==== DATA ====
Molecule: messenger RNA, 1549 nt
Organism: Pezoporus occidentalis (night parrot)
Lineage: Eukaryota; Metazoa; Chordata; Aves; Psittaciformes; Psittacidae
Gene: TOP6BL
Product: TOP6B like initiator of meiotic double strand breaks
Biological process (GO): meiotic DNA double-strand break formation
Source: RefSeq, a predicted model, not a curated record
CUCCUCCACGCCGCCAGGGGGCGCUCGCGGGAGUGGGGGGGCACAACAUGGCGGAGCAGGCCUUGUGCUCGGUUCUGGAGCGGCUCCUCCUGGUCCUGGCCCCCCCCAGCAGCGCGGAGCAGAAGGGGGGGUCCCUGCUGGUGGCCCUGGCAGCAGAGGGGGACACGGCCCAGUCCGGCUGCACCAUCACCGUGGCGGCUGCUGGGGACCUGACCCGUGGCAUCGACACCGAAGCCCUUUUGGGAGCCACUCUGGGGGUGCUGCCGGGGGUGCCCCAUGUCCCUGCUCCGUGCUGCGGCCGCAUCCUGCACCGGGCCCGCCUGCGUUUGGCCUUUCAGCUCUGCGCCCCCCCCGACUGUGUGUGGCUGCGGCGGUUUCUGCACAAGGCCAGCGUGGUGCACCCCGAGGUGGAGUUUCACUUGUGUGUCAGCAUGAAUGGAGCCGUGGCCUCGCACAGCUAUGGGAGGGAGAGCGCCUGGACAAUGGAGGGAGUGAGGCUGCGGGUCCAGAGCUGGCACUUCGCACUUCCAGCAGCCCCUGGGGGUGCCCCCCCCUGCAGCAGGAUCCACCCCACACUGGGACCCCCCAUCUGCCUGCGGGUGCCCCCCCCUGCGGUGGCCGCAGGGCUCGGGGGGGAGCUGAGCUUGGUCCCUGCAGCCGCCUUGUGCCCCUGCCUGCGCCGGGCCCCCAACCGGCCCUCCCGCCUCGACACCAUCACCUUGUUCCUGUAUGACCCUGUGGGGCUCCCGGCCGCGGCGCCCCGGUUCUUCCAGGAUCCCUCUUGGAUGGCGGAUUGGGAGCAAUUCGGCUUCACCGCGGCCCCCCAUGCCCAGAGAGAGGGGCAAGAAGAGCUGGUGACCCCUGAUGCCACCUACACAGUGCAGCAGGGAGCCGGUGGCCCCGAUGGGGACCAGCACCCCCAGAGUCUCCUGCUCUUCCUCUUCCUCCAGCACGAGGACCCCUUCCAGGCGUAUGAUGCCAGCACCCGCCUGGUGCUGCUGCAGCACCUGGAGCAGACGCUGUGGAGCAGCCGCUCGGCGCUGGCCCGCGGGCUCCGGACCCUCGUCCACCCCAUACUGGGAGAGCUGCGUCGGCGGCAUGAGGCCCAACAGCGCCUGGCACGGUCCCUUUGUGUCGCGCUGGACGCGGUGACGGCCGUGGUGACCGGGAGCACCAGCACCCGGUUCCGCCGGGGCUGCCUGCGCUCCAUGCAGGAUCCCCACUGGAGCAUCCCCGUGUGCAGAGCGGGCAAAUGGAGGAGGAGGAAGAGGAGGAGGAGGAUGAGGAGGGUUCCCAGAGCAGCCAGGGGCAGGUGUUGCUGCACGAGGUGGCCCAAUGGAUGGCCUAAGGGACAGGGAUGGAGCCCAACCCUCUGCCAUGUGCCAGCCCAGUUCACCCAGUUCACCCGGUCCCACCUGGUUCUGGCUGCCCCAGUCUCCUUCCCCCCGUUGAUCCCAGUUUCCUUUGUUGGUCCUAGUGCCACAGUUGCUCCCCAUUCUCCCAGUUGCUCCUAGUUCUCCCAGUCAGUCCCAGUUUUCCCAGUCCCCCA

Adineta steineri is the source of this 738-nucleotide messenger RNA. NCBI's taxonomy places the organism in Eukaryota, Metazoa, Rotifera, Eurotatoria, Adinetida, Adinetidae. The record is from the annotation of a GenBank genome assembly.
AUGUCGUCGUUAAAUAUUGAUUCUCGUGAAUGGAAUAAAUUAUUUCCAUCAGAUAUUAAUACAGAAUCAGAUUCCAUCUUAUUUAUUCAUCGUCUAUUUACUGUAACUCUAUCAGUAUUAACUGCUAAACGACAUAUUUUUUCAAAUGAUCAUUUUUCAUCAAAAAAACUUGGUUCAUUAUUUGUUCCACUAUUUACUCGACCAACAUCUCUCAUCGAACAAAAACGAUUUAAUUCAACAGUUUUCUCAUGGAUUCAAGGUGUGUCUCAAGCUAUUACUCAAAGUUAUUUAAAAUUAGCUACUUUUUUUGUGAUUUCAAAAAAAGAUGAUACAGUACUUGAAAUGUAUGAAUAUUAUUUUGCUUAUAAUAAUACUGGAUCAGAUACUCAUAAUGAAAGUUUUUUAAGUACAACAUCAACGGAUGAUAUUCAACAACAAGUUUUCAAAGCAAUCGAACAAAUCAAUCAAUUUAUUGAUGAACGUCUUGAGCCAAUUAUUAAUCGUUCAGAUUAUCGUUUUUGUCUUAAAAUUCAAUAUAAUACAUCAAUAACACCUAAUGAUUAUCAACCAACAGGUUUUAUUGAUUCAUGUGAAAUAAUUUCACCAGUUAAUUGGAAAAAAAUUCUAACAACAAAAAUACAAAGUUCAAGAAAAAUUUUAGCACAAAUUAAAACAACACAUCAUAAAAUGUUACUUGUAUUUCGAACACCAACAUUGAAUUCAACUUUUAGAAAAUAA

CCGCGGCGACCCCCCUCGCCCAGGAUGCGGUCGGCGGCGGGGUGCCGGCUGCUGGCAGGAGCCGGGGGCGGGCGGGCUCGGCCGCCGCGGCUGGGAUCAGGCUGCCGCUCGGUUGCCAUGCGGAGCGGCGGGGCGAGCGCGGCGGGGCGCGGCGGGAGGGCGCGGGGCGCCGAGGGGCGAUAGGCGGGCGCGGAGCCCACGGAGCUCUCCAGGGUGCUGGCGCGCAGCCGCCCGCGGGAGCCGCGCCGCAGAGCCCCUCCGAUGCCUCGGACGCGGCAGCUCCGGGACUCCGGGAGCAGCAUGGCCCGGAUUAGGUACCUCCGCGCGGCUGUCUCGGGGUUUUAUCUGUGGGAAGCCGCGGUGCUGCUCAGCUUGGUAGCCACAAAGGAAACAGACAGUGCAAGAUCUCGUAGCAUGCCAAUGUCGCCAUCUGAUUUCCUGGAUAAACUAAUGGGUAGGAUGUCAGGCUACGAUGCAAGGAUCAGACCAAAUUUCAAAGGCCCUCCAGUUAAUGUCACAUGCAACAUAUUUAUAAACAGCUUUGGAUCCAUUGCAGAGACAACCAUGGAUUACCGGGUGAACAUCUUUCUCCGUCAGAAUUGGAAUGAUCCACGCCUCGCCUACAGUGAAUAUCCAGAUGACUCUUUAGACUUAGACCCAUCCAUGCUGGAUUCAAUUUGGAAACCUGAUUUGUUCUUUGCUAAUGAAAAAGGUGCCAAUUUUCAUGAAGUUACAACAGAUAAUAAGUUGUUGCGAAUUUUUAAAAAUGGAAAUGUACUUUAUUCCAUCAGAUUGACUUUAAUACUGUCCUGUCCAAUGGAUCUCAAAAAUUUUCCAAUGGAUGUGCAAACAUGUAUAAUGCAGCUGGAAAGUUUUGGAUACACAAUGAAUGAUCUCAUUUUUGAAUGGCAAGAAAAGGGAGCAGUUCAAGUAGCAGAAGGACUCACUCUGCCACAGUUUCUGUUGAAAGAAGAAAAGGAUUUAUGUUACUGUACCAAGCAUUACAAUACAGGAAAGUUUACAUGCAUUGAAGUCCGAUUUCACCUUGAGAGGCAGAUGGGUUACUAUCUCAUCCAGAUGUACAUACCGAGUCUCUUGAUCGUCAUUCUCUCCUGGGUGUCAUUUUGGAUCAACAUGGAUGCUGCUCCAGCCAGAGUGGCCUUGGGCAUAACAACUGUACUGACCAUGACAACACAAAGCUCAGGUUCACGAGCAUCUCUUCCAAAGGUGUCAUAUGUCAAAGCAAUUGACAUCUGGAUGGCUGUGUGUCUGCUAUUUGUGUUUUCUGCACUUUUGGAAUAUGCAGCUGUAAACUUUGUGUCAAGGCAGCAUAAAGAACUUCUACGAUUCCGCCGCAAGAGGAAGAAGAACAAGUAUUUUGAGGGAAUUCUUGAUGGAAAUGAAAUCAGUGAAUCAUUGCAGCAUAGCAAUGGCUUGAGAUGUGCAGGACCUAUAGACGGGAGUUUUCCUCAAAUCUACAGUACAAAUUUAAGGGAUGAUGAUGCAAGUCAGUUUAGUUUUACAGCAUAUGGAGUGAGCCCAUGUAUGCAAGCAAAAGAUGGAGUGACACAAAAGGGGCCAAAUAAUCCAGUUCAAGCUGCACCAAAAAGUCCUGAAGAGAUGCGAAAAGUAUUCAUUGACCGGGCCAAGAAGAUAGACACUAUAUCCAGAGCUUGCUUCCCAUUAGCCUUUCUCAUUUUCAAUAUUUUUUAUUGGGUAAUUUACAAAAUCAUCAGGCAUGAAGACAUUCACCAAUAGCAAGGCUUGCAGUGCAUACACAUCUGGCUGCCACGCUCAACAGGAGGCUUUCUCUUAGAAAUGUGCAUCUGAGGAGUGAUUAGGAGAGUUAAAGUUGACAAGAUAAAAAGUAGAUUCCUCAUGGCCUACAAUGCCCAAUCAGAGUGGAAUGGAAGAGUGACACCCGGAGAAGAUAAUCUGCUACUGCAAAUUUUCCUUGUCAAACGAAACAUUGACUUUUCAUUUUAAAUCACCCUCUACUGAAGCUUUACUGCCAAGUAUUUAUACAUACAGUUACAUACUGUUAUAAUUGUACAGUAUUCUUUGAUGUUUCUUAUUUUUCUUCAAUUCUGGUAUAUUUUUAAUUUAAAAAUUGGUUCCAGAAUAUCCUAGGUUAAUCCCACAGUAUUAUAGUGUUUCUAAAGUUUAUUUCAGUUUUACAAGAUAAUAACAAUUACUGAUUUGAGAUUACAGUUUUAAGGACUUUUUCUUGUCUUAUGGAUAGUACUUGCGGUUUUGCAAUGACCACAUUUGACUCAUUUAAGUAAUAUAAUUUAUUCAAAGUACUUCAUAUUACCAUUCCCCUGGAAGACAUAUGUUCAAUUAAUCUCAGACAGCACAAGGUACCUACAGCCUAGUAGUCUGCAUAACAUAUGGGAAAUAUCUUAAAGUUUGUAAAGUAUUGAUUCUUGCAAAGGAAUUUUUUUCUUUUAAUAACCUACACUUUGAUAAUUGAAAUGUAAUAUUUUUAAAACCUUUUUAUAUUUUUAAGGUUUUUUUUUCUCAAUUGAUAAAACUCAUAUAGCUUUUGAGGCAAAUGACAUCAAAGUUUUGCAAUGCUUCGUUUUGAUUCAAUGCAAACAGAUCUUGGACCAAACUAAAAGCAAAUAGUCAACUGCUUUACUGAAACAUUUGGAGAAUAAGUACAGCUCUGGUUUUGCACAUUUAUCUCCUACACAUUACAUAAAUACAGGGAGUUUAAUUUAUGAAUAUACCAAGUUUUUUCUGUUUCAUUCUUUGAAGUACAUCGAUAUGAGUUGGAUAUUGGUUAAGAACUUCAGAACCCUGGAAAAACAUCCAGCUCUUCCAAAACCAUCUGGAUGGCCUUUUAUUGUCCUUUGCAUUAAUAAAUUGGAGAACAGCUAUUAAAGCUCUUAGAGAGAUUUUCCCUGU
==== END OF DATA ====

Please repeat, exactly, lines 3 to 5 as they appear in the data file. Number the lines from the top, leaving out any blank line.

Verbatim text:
Lineage: Eukaryota; Metazoa; Chordata; Aves; Psittaciformes; Psittacidae
Gene: TOP6BL
Product: TOP6B like initiator of meiotic double strand breaks